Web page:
Nahkawēwin Revitalization: A Mini Language Nest Created With Hope and Determination.


  • Denise A. D. Kennedy University of Regina



This research based on my master's thesis explores Nahkawēwin language revitalization. This study draws on the language nest model, which first originated with Maori grandmothers and their grandchildren in the 1970s. In this study, my mother and I created what I refer to as a "mini" language nest in both of our homes to teach my children Nahkawēwin in a holistic manner. I call this a "mini" language nest because our nest only involved myself, my mother, and my children, when other language nests around the world have had multiple grandmothers and children who are participants of the language nest. This article aims to show how this approach to language nests can be used to revitalize or revive a language using intergeneration learning and teaching. In this study, I reflect on the different challenges one may face while creating a mini language nest, and how one might overcome these challenges through different language strategies, frameworks, and teaching tools. I do not wish to present language nests as a foolproof solution; rather, I share the reality of how one thought or intention can change the outcome of language learning in a positive manner. The language nest did not only teach my children their language, it brought us together with compassion, enthusiasm, and hope.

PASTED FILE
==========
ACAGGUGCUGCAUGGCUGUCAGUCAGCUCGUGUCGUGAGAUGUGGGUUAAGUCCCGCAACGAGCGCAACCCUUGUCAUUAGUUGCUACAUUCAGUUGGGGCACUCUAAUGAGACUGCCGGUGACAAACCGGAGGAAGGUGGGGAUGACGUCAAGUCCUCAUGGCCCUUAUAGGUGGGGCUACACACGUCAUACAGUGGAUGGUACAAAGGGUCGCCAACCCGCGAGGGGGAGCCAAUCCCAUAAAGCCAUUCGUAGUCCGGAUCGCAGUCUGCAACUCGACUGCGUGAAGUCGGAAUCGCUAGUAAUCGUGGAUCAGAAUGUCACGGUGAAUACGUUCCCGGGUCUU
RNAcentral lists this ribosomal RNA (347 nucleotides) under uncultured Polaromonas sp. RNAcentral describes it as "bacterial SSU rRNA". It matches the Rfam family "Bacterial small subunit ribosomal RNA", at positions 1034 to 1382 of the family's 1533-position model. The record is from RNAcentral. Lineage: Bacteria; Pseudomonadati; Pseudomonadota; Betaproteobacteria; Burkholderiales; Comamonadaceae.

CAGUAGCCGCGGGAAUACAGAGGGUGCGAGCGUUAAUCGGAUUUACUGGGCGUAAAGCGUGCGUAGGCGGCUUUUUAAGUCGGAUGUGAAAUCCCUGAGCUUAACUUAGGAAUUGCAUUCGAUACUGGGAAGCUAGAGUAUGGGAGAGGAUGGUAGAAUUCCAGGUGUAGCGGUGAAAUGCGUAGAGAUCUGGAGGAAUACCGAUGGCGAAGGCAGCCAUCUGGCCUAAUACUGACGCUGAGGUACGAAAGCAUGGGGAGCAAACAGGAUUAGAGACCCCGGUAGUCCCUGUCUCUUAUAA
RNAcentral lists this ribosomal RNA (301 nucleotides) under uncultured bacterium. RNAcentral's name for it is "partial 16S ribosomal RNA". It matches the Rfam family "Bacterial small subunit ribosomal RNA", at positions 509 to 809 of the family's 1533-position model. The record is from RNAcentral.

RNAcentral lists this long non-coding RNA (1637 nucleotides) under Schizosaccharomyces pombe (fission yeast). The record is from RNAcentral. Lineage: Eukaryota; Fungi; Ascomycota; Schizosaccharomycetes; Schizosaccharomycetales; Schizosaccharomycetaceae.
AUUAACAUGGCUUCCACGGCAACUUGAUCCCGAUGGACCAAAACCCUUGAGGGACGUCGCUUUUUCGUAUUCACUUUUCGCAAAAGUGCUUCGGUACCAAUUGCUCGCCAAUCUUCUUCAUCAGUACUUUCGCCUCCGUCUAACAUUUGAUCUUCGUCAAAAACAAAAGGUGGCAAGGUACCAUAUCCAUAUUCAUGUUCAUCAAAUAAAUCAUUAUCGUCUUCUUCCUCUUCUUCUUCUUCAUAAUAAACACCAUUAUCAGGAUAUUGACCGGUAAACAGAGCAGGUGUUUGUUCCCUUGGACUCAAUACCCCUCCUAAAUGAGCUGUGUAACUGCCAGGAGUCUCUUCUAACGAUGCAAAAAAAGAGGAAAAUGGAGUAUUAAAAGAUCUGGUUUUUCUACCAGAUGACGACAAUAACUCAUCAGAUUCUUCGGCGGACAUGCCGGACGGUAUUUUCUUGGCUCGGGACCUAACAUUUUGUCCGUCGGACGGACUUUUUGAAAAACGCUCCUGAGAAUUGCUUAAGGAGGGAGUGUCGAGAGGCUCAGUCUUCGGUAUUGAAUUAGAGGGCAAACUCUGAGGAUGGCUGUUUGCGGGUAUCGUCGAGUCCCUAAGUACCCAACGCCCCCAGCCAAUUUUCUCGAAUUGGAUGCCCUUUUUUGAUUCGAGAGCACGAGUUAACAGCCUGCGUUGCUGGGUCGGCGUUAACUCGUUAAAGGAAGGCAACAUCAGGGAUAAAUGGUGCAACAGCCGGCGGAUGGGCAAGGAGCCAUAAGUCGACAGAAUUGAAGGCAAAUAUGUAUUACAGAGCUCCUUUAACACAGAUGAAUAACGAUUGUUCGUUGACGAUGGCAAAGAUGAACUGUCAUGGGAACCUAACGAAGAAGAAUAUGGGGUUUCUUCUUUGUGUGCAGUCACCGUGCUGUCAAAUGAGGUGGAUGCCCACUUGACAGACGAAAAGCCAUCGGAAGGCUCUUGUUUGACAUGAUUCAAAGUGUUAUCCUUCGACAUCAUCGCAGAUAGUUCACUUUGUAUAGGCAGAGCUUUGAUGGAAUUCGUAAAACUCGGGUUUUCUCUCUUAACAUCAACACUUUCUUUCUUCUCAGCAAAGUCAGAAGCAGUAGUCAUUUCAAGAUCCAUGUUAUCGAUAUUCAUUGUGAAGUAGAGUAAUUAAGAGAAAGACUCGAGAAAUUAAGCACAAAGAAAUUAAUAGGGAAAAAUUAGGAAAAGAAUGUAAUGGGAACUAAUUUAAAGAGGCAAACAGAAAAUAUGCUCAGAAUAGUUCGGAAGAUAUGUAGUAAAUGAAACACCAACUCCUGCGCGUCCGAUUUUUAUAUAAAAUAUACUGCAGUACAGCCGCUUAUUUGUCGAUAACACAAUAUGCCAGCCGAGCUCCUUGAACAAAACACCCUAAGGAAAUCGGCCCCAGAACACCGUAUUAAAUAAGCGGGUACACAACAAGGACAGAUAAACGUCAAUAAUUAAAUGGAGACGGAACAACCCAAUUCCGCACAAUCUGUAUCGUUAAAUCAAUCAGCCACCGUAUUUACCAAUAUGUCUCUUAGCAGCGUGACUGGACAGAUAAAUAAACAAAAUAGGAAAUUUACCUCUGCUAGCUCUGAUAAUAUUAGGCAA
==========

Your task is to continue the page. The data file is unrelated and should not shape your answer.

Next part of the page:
Keywords: Indigenous, language, revitalization, revival, language nest, linguistic landscape, intergenerational learning.

Author Biography

Denise A. D. Kennedy, University of Regina

I am an Anihšināpē woman is who passionate about Indigenous language revitalization. I am a language teacher, and Indigenous language researcher.